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Illinois Dry Spell Could Kill Harvest For Farmers

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Drought

Animal footprints are visible in dry and cracked mud on the bank of the half-full Bewl water reservoir in Kent, England, on April 5, 2012. (Credit: JUSTIN TALLIS/AFP/Getty Images)

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CHICAGO (CBS) — Sometimes we forget, but not far from the Chicago skyscrapers are sprawling farm fields, where there is growing concern about the dry weather and the real threat it poses to what could have been a bumper harvest.

“We’re walking the line between a disaster and possibly a bumper yield,” says Dave Kestel, who farms 1,200 acres of corn and soybeans near Manhattan in Will County. “If it kept raining and we had a beautiful summer from here on out, we would have very good crop. If it stops raining, this crop will fall on its face because there are no reserves. The subsoil is dry.”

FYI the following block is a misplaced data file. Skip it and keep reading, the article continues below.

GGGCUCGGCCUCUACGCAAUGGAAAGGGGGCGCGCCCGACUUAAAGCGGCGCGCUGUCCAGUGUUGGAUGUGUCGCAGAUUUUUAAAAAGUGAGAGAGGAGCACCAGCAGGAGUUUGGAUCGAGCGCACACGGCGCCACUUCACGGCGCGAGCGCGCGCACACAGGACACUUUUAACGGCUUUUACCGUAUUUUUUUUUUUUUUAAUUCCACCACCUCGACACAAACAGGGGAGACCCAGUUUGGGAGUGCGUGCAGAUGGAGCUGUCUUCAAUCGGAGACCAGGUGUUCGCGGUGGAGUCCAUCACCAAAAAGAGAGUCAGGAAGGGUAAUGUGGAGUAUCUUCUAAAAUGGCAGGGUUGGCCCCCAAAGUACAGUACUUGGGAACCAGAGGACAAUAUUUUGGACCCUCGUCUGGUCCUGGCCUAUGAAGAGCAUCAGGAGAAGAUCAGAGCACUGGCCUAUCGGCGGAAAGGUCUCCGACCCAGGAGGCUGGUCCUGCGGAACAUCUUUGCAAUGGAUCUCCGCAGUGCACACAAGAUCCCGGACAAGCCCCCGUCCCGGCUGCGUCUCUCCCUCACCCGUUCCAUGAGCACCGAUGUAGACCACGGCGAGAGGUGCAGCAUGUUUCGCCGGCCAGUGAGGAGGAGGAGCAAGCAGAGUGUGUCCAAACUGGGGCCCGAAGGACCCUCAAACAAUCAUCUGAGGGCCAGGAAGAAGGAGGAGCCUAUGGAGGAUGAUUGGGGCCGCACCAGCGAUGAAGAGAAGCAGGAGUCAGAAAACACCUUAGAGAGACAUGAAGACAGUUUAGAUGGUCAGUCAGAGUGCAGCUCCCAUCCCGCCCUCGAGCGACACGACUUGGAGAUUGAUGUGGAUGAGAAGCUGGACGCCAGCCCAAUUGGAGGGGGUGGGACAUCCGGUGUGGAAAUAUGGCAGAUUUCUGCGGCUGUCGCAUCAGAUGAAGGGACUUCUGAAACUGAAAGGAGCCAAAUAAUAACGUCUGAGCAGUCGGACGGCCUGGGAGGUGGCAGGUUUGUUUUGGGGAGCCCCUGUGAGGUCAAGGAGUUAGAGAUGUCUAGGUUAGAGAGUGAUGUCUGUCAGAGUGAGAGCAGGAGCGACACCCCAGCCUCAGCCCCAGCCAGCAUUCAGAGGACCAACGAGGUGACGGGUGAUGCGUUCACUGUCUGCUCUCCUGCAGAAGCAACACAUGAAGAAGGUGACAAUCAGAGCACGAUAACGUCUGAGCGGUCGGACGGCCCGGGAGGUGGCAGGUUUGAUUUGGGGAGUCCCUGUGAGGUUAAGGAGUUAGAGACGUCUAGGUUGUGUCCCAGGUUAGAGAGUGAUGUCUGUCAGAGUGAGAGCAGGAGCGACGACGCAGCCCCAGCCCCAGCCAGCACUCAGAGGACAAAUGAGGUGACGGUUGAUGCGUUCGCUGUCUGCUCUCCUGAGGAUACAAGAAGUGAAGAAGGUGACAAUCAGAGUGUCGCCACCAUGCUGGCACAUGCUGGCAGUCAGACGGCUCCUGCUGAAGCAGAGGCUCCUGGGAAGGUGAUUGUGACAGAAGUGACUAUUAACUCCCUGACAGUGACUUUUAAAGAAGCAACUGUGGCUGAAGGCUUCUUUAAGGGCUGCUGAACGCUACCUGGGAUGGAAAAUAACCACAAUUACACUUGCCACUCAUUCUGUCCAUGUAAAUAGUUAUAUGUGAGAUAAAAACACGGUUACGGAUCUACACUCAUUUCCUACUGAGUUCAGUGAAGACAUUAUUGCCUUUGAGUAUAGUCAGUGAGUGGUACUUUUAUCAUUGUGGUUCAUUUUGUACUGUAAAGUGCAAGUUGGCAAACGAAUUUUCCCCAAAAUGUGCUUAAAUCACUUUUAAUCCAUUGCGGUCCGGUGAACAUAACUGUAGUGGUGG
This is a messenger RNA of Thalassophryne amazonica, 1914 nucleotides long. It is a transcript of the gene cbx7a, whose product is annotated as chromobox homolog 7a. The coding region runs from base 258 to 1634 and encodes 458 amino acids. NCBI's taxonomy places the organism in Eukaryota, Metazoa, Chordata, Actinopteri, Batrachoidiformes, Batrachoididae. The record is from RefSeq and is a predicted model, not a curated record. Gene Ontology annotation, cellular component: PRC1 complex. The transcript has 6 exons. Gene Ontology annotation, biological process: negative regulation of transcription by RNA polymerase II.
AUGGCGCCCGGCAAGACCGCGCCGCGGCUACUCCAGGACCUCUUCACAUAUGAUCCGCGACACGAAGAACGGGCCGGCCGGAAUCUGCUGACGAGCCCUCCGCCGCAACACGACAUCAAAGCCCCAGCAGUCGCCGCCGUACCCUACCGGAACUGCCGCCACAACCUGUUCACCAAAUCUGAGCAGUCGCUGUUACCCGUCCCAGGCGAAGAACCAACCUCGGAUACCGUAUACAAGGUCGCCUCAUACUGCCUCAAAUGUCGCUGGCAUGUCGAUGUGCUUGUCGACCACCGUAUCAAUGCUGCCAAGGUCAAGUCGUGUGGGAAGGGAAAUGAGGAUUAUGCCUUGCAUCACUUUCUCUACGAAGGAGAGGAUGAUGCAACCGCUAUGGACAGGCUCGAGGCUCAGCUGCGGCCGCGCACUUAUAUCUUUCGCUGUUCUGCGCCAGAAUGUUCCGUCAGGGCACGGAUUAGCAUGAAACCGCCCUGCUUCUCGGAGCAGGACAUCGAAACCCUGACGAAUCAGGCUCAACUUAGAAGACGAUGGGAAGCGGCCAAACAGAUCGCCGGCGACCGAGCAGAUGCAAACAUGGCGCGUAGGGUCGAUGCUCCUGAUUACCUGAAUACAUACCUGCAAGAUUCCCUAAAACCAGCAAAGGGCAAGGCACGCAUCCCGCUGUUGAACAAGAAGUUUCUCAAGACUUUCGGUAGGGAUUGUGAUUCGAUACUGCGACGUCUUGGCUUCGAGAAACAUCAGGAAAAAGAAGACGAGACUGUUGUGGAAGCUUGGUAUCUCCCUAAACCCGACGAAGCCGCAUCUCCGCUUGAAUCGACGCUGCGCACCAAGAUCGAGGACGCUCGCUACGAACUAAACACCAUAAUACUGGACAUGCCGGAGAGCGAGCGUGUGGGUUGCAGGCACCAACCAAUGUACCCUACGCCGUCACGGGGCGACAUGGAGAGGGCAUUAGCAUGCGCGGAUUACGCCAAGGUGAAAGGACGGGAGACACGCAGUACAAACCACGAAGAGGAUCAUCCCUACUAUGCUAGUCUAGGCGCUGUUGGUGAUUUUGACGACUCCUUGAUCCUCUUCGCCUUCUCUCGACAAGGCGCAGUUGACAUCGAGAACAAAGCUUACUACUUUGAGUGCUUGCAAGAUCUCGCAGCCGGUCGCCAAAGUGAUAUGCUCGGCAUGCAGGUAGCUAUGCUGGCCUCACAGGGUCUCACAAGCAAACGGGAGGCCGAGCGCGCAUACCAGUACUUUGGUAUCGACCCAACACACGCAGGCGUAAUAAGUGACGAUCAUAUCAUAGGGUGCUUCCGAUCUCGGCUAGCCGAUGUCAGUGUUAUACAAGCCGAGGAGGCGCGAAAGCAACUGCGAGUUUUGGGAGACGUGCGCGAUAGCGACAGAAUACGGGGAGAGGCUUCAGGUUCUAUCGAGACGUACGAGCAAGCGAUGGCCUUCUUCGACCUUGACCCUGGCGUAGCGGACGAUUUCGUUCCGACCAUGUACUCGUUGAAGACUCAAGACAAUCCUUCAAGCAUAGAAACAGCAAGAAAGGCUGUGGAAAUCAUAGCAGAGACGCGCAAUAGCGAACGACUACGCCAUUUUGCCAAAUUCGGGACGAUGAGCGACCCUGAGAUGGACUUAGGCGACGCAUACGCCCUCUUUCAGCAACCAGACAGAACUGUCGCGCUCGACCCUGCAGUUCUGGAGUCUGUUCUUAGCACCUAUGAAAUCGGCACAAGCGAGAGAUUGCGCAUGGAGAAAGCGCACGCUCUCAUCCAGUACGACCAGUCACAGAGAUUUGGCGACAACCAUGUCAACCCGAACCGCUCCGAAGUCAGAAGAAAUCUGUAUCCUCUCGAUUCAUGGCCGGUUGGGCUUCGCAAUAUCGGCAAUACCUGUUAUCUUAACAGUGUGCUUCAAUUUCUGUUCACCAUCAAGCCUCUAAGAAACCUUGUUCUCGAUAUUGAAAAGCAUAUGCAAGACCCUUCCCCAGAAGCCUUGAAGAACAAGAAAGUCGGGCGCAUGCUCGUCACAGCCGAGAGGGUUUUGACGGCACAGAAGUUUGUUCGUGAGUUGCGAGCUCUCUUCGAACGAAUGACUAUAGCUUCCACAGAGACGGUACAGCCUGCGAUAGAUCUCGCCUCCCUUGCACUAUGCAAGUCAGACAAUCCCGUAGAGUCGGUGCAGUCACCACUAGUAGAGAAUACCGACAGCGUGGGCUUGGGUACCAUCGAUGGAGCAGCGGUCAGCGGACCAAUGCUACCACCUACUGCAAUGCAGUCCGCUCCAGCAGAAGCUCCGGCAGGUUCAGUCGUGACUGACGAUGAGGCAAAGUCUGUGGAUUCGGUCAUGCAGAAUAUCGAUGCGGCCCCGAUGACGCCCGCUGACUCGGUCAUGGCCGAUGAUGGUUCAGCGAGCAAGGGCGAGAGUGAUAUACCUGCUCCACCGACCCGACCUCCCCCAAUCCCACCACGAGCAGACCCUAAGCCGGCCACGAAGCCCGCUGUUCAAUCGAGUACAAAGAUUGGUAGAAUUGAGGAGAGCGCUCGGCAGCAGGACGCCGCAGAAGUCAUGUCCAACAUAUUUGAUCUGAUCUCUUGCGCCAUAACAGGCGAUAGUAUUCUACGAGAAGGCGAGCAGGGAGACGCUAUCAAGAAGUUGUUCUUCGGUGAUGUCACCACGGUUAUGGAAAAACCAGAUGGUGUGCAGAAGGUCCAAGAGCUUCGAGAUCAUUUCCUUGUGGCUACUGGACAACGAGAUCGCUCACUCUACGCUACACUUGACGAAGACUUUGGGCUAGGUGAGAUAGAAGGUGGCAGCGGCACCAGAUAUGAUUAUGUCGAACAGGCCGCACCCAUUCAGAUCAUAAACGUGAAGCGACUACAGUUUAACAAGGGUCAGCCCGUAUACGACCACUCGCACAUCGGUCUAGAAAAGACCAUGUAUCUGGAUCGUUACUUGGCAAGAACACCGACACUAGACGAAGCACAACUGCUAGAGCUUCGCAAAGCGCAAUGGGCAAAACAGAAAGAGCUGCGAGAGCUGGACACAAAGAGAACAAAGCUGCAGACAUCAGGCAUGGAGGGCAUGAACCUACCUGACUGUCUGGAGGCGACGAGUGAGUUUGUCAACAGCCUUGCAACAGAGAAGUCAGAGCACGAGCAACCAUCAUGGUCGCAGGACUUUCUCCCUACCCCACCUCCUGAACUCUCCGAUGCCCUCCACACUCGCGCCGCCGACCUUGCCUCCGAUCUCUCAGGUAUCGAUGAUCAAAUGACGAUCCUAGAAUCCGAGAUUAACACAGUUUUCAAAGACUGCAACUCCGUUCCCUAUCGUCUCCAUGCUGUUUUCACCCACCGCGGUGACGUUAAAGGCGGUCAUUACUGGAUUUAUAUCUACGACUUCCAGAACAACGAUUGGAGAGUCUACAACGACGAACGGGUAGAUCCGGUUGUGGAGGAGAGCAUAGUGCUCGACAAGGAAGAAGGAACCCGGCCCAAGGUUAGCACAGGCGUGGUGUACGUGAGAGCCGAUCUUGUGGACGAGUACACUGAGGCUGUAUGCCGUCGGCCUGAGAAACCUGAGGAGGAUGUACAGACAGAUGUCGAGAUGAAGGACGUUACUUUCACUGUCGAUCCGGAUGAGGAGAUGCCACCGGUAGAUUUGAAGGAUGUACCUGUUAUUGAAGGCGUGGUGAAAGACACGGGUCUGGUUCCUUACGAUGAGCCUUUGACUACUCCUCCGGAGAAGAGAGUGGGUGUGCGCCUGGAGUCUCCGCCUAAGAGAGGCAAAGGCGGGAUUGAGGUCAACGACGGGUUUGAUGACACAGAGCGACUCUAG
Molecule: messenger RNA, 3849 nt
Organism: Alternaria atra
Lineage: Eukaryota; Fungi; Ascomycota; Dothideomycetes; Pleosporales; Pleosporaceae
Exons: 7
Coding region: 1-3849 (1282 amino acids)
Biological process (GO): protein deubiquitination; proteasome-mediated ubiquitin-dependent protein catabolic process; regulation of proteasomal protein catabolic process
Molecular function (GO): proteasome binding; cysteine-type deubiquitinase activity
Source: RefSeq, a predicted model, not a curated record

LISTEN: WBBM Newsradio’s Steve Grzanich reports

Kestel keeps a close watch on the skies and both ears tuned to weather reports on the radio. He says some recent rainfall was a welcome sight but it didn’t do enough for his corn which is at a crucial stage of development.

“We did luck out and got just over an inch. It was made to order but it’s only going to buy us a few days. With the temperatures we’re at now, the crop will run out of moisture within a few days. With the hot and the wind, that really sucks the moisture out of the ground in a hurry.”

From May 1st to June 12, rainfall averaged just two to five inches in Illinois leaving rain gauges anywhere from one to two inches short of normal precipitation. Experts say much of Illinois is abnormally dry with drought conditions spreading. In southern Illinois it’s already being classified as a severe drought.

“Mother nature is definitely the boss. If we haven’t figured that out by now we’re in the wrong business,” said Kestel. He feels sorry for fellow farmers downstate who will probably end up losing most of their corn crop.

Concern about the dry weather is already blamed for an increase in commodity prices involving corn, soybean and wheat. That could impact grocery bills down the road.

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